Barcelona Gipsy balKan Orchestra: Balkan music is direct and speaks straight from the heart

‘Balkan music is like any traditional music, it's full of history and lead by powerful melodies. It's direct and speaks straight to the heart.’ This is how Julien Chanal, one of the members of the Barcelona Gipsy Balkan Orchestra, whom we will have a chance to listen live as part of the rich ‘Migration of Souls’ programme, speaks about the music they play. Their concert is scheduled for 6 March at 8 p.m., in Hall 1 of the Novi Sad Fair.

Barcelona Gipsy Balkan Orchestra is a band that successfully combines jazz, Roma, klezmer and other types of music in its performances, and draws its influences from the melodies of Eastern Europe, South America, Spain and the Middle East. The ensemble consists of seven members from different parts of the world (Serbia, France, Greece, Italy, Spain and Ukraine), who are united by the diversity of cultures and musical backgrounds they carry, great energy and love for Balkan music. The international band, which is celebrating its tenth anniversary this year, has performed in more than 40 countries so far, and this time they are enriching the spirit of ‘Migrations’ in the European Capital of Culture.

We took the opportunity on the eve of the concert in the European Capital of Culture, to talk to members about the band’s multiculturalism and mutual cooperation, about a concert in front of the Novi Sad audience that makes them very happy, and about the only lady in the band and the youngest member who joined them last year, who performs with such ease in different languages

The audience in Novi Sad will have a chance to listen to an authentic band that is recognizable by the combination of jazz, Roma, klezmer and other music, within the ‘Migrations’ programme arch, which deals with the topic of migration and art. What will you play in front of the Novi Sad audience on 6 March and what are your expectations?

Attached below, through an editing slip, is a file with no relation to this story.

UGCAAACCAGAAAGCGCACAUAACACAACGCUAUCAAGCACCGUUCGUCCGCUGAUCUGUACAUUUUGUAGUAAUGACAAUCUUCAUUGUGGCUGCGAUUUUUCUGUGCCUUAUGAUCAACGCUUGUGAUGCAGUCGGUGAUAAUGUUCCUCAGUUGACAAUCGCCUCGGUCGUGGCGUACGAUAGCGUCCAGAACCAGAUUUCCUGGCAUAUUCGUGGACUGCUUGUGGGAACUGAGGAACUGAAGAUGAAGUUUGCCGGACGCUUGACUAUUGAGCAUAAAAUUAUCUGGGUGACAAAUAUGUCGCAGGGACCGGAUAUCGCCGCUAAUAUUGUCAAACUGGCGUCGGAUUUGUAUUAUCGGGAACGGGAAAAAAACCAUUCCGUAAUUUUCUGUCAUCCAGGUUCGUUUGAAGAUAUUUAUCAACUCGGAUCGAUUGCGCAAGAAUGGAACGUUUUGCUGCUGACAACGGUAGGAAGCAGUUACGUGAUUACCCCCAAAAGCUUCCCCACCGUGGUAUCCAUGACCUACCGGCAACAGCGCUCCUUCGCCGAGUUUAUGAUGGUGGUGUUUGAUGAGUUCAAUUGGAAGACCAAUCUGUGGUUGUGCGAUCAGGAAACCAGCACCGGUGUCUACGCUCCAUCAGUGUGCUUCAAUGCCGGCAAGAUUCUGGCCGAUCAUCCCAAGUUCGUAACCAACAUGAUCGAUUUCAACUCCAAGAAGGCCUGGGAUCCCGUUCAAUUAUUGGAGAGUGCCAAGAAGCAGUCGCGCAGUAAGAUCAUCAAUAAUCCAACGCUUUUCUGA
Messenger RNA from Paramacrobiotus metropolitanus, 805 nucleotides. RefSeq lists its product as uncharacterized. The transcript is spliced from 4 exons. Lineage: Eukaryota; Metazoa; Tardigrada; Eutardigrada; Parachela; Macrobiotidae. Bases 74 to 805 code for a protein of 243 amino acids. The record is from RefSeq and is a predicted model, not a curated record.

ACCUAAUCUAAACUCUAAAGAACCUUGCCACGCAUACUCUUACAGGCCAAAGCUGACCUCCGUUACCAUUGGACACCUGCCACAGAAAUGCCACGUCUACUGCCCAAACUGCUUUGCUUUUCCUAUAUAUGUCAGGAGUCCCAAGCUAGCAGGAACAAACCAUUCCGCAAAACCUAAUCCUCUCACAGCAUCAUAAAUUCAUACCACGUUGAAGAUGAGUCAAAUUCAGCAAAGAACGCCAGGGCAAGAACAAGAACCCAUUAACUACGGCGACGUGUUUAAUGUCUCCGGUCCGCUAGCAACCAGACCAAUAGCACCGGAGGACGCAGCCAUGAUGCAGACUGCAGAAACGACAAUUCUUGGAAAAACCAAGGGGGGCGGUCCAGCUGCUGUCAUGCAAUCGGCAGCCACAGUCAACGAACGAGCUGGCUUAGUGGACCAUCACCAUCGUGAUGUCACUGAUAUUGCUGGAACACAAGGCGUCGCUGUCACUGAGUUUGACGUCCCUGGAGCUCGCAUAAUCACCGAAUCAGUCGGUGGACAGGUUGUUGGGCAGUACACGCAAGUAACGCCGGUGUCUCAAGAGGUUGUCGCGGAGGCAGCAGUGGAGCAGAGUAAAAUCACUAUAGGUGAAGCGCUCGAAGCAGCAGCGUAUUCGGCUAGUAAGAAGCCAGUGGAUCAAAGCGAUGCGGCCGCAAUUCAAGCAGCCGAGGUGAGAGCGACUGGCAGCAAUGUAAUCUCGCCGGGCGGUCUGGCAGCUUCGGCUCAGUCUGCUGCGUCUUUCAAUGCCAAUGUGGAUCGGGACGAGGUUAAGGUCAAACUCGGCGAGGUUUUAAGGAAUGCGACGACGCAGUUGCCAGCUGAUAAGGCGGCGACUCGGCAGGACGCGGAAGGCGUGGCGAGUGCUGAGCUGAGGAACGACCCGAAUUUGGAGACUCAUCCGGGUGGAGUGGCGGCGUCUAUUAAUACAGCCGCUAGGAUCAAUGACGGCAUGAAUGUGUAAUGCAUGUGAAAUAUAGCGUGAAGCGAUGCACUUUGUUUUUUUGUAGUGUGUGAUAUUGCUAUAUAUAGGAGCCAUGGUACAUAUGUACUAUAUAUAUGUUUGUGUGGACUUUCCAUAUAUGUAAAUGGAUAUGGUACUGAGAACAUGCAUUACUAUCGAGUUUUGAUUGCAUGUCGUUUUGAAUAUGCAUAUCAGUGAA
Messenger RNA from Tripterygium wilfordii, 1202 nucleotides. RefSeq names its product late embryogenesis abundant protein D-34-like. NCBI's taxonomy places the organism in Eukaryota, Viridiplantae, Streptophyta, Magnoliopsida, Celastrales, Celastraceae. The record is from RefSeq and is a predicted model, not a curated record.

Julien Chanal:  Due to Covid restrictions this winter it has been hard to rehearse and practice with the band. Nevertheless, we’ve been working on a few new songs that we are eager to test with our public!

Your ensemble symbolizes the unity of different nationalities and customs, since each member of the band comes from a different country. How would you describe this synergy of cultures and the mutual cooperation of musicians from different backgrounds, which results in great music?

Julien Chanal: The fact that we come from different cultures and even
musical genres is exactly what made our sound. We spend time sharing and testing,
even arguing, I might say, about each other’ s musical ideas, and each musician
brings his/her own repertoire proposal from his/her culture and musical
background. It has been really enriching for each one of us, and that is what
keeps us going too.

Although the band includes musicians from all over the world, you are all stationed in Barcelona. How does the local audience accept Balkan music?

Julien Chanal: When we started, there was not really an audience for this music in Barcelona, mainly because people didn’t know much about it… But little by little and thanks to the gipsy balkan jam sessions we organized every week, more and more people
gathered around this music. Now there is a real balkan music scene in

What is special about Balkan music, how do you experience it? What is crucial for choosing the songs you cover, write and compose?

Julien Chanal: Balkan music is like any traditional music, it’s full of history and lead by powerful melodies. It’s direct and speaks straight to the heart. The balkan part of it adds its rich odd beats, opening and widening a lot of possibilities, as much for arranging as for composing. We choose our songs to play based on the musical material rather than a particular version. We usually tend to look for old songs that have a melody and harmony